For the past month, the stock market has been hard to impress, but also tough to rattle. The bright-side crowd is calling this "resilient," while the skeptics prefer "oblivious."
So which is it?
Probably a bit of both, as you might imagine.
Equities have walked a narrow lateral track since mid-December. On Dec. 13, exactly five weeks after Election Day, the S&P 500 closed at 2271. On Friday, it finished at 2274. During that time, the index has been contained in about a 2 percent range from high to low. And, of course, its senior colleague, the Dow Jones Industrial Average, has hovered just below the round-number, bragging-rights level of 20,000.
This, in many respects, is the way our passively owned, quantitatively steered market trades for weeks-long stretches now. After a sharp rally, all the eyeballs and algorithms deem the indexes a bit overbought, but figure any dip would be a good place to buy. So the dip is deferred?
Something quite similar happened from July into September of last year, after the neck-snapping post-Brexit rally got the market to a new high and then the indexes sat pretty still for more than six weeks.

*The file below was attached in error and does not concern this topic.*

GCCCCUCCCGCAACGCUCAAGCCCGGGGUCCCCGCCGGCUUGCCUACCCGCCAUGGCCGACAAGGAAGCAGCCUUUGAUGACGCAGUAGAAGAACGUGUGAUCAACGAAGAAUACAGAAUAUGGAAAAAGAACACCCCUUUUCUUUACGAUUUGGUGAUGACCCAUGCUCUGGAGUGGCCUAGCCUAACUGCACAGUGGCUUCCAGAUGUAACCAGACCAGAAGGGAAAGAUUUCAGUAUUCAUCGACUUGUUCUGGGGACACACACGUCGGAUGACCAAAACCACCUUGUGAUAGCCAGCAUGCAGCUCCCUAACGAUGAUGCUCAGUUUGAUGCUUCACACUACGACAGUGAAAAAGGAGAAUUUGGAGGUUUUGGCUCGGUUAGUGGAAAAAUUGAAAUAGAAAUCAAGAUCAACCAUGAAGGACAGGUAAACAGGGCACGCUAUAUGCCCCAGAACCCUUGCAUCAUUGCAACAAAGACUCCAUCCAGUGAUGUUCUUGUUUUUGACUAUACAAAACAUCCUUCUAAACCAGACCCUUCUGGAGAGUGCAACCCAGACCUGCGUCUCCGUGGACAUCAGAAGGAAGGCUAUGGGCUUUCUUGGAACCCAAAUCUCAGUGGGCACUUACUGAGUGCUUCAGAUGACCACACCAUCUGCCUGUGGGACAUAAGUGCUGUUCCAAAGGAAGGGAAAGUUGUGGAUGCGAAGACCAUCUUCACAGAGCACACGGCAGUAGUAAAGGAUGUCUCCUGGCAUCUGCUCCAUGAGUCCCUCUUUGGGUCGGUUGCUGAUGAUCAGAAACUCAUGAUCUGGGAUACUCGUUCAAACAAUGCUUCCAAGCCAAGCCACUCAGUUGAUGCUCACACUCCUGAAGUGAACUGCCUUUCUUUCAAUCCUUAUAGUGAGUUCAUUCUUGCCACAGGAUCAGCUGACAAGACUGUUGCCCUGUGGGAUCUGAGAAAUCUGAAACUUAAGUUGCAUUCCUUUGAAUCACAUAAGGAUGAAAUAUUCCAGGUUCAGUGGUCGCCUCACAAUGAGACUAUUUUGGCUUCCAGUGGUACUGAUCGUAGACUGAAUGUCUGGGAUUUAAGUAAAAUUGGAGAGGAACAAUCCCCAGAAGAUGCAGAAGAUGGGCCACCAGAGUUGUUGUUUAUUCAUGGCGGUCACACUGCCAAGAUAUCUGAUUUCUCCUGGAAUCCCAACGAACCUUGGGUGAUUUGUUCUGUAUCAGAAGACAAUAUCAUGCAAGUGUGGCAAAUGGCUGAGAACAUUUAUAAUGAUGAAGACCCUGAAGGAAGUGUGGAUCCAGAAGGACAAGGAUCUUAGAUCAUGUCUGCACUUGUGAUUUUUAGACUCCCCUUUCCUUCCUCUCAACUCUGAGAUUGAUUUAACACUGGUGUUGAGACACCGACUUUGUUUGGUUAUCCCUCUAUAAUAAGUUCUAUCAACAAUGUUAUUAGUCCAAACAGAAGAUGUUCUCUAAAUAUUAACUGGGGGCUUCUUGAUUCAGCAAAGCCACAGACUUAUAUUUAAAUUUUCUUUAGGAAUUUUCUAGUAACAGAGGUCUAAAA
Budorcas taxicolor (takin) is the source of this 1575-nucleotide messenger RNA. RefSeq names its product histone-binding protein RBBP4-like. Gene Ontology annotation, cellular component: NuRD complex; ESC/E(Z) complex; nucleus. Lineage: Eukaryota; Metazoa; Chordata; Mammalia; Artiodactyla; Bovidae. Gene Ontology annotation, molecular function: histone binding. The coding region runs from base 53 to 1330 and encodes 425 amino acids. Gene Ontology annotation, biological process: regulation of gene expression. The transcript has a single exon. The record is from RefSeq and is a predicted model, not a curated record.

Then, as now, traders and other worriers pointed to the "low" level of the CBOE S&P 500 Volatility Index, or VIX. Then, as now, the VIX had spent a good deal of time beneath the 12 level, near the bottom end of its long-term range.
One difference today, though, is that the VIX has been so docile as a polarizing, rule-breaking president prepares to assume office and seems bent on upending decades of normal governing procedures and recasting the tax and health care systems, while questioning some core tenets of postwar Western trade and security relationships.
That's why charts like this one are making the rounds, showing a quiescent VIX (the global version) conspicuously unmoved by a spike in a measure of economic-policy flux across the world: